It's Saturday, February 29th at 10:00 PM. I've just finished packing for a week-long physics conference in Denver, Colorado. By this time tomorrow I will have flown from Toronto to Denver, where I'll be settling down in one of four shared hotel beds with the other members of my research group. I've spent the last two weeks scrambling to assemble the results from the last 12 months. It's right then that I get a Twitter message from a US colleague, "Looks like the APS March Meeting is cancelled."
I knew the reason immediately.
When the American Physical Society's March Meeting was cancelled the night of February 29th, would-be attendees had already been checking for cancellations daily. I recall early reports of COVID-19 near the end of 2019 feeling serious but distant, with much of the North American discourse treating it like someone else's problem. But as the number of countries with confirmed cases increased through February, it became clear that the spread of COVID-19 was becoming everyone's problem.
In an attempt to flatten the curve, many communities have chosen to cancel all public gatherings until further notice. A new wave of virtual conferences are popping up in their place. But COVID-19 isn't the only reason to push more meetings online. In fact, there had already been a growing desire in academia to reduce conference travel. Often, it has been the environmental cost of flying causing scientists to reconsider their conference schedules, but there are other reasons we should be looking to go virtual.
Academia is diverse, filled with people at all stages of their careers, with varying abilities to travel. Whether due to physical mobility constraints, or work and family commitments, traveling for conferences and meetings benefits the careers of those who can participate, and punishes those who can't. By moving online, conferences could let academics who would otherwise be left at home still attend.
Mobility isn't the only thing keeping academics at home. I have the privilege of attending the biggest conference in my field every year. As a young, able-bodied person with no children or dependents, I have never been confronted with issues of accessibility. But I am still a graduate student living on a modest scholarship. Every year I am forced to run up a huge credit card bill associated with conference travel before receiving reimbursement from my department. My department is small and is usually able to process claims quickly, but other graduate students are not so lucky. Some students simply can't afford to carry that kind of debt while they wait for reimbursement.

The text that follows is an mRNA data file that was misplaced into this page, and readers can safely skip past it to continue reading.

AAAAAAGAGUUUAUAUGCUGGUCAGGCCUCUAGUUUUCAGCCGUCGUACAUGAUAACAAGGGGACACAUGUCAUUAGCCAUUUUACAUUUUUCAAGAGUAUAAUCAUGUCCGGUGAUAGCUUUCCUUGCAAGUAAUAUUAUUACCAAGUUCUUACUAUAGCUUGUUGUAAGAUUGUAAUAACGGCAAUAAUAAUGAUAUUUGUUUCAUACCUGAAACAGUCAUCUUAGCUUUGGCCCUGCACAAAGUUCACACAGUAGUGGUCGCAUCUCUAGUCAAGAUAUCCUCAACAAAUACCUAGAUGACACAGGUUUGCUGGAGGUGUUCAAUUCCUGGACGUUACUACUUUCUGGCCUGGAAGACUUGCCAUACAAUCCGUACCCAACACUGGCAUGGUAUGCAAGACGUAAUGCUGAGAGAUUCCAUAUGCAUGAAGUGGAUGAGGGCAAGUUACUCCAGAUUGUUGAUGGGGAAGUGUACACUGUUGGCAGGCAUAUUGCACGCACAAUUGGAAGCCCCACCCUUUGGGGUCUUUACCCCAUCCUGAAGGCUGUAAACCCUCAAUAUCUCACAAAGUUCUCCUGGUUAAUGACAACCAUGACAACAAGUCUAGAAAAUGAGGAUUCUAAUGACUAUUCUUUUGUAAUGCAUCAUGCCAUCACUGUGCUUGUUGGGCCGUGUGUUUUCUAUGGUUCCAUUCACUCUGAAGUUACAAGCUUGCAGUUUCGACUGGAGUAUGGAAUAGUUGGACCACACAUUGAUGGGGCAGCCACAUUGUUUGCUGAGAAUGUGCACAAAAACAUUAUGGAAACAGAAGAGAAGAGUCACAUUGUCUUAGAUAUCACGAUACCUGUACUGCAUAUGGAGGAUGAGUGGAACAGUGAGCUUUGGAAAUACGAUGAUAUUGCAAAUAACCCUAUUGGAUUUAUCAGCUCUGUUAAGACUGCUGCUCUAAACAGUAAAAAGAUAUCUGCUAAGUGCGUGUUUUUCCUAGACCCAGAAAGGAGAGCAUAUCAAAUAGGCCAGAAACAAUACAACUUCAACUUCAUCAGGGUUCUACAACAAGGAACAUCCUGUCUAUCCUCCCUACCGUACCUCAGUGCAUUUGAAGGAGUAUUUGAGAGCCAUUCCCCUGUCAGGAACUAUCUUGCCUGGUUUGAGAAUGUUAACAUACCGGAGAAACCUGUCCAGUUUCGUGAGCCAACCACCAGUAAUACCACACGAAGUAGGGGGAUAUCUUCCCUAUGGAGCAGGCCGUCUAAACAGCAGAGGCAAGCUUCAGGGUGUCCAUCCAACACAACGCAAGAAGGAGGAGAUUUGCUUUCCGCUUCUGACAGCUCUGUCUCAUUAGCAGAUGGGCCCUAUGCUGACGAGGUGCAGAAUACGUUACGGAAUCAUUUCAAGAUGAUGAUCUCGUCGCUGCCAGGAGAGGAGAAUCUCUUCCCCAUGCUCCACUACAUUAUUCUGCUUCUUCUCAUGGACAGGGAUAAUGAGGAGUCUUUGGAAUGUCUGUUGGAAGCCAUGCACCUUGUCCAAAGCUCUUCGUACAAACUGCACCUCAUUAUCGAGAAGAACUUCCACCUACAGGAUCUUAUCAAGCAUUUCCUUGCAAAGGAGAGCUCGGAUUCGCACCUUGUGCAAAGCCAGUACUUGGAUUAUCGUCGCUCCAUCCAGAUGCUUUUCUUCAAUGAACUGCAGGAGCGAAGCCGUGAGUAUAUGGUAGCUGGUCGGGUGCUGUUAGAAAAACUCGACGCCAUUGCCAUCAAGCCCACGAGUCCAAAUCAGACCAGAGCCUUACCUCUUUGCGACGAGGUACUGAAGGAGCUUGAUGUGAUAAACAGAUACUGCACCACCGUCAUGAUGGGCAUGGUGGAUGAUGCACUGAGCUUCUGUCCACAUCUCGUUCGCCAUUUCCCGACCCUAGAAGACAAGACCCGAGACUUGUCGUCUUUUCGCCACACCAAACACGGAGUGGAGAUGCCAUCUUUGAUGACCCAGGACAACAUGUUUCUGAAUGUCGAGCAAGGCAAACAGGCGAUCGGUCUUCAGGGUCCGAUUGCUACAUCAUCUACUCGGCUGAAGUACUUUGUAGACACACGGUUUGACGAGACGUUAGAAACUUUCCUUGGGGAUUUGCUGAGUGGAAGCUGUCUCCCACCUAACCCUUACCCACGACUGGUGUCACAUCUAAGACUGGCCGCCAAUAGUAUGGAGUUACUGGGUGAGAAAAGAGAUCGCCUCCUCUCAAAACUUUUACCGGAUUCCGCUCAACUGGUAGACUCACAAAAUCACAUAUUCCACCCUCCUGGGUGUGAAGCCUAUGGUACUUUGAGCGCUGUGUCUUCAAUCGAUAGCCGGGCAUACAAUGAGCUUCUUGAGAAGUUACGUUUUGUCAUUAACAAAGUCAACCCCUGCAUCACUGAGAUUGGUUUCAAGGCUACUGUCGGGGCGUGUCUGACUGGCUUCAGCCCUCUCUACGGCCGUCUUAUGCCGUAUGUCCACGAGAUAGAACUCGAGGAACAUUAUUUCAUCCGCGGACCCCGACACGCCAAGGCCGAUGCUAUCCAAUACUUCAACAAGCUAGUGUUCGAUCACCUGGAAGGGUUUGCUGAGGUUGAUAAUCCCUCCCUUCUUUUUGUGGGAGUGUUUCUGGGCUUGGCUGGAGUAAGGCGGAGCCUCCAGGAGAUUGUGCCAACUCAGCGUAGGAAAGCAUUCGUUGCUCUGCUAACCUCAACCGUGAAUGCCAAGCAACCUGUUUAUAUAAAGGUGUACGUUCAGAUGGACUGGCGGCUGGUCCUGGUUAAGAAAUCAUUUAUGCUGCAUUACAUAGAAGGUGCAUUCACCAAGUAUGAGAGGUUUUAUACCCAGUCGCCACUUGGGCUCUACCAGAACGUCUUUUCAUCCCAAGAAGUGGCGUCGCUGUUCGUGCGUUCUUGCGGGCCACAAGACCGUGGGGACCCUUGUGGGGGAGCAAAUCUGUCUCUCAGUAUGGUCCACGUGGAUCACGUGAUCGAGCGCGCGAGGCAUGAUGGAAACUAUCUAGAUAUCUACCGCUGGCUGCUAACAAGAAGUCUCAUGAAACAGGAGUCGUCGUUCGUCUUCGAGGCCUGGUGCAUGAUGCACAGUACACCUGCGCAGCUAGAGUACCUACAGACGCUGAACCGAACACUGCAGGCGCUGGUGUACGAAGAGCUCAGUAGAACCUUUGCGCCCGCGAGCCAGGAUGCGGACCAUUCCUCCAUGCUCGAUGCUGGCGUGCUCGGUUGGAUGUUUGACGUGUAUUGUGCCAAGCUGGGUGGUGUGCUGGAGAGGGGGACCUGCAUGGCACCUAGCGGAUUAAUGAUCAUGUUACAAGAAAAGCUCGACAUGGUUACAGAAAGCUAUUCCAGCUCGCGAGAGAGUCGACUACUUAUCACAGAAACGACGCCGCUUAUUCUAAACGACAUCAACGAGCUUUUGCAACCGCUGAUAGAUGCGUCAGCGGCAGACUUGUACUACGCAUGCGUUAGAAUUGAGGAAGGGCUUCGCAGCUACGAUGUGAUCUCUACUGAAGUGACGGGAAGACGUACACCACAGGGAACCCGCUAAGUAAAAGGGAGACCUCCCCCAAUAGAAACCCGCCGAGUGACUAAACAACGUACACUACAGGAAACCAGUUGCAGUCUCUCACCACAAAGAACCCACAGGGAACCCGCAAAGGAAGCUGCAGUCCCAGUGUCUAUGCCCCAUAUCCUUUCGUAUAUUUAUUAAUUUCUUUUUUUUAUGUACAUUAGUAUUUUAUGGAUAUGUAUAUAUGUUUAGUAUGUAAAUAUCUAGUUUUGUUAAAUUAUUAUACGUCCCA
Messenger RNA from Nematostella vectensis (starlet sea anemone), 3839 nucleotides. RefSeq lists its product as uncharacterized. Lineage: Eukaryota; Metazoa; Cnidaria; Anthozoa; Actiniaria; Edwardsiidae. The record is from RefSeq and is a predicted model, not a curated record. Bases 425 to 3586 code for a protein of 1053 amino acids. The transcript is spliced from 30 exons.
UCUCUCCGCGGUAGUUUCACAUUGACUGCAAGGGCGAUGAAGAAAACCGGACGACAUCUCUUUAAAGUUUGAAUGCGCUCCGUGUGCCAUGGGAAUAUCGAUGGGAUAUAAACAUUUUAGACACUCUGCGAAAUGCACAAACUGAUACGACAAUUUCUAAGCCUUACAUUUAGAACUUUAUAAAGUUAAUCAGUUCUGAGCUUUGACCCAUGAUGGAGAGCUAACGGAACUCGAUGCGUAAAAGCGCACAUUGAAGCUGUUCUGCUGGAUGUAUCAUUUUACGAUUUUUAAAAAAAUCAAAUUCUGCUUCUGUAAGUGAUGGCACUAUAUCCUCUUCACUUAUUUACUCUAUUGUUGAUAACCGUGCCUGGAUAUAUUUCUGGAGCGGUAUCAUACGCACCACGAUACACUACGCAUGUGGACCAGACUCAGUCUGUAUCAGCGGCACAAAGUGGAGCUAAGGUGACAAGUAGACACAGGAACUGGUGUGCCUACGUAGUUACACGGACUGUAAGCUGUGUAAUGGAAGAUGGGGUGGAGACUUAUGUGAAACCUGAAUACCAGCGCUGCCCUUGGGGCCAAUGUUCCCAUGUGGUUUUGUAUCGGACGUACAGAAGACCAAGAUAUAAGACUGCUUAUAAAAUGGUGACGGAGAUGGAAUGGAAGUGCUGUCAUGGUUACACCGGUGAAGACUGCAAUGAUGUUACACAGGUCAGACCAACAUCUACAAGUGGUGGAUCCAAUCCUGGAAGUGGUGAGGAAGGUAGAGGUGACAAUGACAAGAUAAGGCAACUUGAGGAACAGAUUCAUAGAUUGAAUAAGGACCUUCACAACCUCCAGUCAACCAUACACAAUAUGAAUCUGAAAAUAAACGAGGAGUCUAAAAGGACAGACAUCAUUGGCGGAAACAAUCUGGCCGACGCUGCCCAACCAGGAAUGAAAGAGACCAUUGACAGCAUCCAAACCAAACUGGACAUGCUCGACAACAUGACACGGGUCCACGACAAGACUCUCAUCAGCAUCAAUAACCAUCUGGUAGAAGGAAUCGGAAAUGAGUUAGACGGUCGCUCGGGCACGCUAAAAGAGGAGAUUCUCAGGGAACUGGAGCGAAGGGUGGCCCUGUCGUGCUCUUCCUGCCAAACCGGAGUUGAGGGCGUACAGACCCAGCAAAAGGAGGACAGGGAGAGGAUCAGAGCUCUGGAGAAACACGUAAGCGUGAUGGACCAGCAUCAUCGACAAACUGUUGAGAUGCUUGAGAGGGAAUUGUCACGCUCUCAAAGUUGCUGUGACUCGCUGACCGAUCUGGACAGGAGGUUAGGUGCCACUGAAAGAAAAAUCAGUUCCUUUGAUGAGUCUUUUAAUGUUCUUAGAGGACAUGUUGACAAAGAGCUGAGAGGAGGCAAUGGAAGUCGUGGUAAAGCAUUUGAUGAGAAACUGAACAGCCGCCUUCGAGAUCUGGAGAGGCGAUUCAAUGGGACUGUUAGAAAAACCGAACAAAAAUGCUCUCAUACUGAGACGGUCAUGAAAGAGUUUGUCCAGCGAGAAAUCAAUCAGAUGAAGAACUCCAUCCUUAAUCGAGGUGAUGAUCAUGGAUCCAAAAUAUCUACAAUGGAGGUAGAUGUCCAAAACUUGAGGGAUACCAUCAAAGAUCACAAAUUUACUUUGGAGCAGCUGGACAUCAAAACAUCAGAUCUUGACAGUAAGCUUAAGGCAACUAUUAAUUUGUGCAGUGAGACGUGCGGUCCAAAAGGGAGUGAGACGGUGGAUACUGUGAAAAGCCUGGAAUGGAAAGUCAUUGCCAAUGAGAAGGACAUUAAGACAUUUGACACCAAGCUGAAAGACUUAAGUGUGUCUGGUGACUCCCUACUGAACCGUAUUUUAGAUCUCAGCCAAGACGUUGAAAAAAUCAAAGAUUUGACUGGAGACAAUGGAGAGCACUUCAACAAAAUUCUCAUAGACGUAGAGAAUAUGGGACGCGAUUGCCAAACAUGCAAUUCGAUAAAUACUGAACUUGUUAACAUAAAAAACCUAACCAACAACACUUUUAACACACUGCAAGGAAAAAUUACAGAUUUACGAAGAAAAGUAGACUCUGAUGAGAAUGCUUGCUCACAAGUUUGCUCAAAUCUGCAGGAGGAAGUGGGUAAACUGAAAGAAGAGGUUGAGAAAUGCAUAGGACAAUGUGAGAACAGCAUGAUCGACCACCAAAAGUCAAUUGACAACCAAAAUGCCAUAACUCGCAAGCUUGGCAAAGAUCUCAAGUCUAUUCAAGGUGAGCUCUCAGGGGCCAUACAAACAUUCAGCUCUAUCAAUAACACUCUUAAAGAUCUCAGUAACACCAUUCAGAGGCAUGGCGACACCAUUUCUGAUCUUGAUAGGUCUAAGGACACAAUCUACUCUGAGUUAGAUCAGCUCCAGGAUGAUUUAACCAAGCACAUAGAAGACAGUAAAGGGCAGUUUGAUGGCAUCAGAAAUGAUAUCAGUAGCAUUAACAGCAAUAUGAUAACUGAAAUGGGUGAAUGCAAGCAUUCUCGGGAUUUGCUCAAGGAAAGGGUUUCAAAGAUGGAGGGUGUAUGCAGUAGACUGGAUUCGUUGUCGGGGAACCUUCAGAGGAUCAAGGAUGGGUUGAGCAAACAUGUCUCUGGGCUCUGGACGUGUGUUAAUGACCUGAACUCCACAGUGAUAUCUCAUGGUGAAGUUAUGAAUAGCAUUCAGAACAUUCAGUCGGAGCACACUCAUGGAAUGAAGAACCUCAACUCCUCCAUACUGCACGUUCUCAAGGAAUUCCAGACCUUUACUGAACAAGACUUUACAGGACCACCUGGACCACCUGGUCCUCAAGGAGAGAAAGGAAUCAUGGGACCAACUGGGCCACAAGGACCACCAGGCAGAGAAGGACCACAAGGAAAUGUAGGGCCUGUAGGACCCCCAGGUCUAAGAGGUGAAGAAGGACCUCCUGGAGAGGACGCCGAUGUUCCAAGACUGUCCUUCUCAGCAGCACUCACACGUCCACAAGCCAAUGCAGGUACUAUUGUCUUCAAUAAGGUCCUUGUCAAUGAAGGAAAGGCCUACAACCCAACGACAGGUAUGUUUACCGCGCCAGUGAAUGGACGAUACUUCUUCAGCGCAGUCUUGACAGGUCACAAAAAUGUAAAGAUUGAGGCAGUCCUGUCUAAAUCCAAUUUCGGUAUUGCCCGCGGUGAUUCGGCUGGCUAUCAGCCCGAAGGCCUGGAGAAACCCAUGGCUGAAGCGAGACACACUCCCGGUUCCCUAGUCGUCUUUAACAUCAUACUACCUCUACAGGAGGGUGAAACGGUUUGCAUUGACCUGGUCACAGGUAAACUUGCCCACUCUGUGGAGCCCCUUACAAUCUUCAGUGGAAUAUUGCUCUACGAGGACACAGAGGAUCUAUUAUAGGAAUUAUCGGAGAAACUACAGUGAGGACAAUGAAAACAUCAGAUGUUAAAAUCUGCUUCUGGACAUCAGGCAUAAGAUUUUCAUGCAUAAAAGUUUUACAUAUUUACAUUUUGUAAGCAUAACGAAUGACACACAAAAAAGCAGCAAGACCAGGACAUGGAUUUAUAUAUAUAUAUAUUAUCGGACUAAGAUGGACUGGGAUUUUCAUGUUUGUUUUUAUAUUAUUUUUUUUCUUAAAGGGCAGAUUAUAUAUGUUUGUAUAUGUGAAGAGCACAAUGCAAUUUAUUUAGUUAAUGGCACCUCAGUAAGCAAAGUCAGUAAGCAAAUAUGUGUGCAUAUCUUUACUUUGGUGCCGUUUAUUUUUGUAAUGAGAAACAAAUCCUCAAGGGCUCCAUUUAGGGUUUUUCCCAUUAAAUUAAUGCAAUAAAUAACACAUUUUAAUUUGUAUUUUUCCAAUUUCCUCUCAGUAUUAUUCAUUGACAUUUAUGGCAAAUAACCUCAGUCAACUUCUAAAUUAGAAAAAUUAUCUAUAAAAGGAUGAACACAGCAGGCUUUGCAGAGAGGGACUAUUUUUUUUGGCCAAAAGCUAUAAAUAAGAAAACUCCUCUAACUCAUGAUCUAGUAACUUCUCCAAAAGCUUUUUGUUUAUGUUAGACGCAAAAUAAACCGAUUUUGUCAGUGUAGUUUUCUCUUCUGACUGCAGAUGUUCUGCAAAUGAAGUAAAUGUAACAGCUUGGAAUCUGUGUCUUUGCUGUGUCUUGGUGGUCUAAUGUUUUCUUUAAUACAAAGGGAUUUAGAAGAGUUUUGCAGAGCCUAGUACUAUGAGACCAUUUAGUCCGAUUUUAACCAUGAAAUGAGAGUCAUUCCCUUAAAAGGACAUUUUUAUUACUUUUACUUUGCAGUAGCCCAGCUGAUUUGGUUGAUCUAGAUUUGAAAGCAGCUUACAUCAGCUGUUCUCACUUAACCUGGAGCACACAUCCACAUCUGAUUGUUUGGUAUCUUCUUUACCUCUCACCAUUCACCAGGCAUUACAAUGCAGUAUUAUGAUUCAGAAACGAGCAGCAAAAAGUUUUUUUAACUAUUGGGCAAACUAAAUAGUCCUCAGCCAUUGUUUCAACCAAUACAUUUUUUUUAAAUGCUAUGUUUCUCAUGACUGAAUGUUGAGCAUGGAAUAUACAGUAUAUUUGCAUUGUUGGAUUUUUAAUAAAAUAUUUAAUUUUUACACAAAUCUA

From an accessibility and environmental standpoint, virtual conferences seem promising. But planning and implementing a virtual conference is a daunting task, especially if you intend to replace large, in-person conferences like the APS March Meeting. With potentially thousands of attendees, the technical requirements are not trivial and the risk of failure is high. But a narrow silver-lining may perhaps be emerging amid the COVID-19 pandemic. Academia is being forced to develop a model for robust, inclusive virtual conferences, and that is an opportunity to rebuild itself in a more equitable form.
The way conferences are choosing to adapt varies. Some organizers have asked thatpresenters pre-record their presentations and upload them to a temporary server, making them available on-demand. Smaller meetings have successfully held live virtual meetings with tools like Zoom and Google Meet, with companies like Google providing free access to many of their paid features. Even before COVID-19, some conferences like the Photonics Online Meetup experimented with 66 hubs around the world where researchers could gather locally to watch live-streaming content. Many conferences have also offered reduced fees for attending their virtual events, making them even more accessible. In fact, the following APS conference this April converted into a completely virtual event, and was also free to attend.
What's perhaps most encouraging though, is that conferences taking place later in the year are starting to hire companies to handle their virtual organization. This seems to suggest a willingness to invest real money into making online conferences work beyond simply getting though this pandemic.
Attending conferences like the APS March Meeting has been a crucial part of my graduate work. Yet, I found the accessibility benefits far outweighed the benefits of meeting in person. I didn't feel like I missed out on any learning or networking. On the contrary, the difficulty of navigating sessions, running between rooms, and worrying about how to sneak a lunch break was totally eliminated, and I met more people by helping with the event than I would have had the courage to speak to in person. I don't have a hole in my bank account where a travel reimbursement should be, and perhaps most importantly, I got to sleep in my own bed each night. This is the beginning of a revolution that sees conferences and meetings increasingly move online.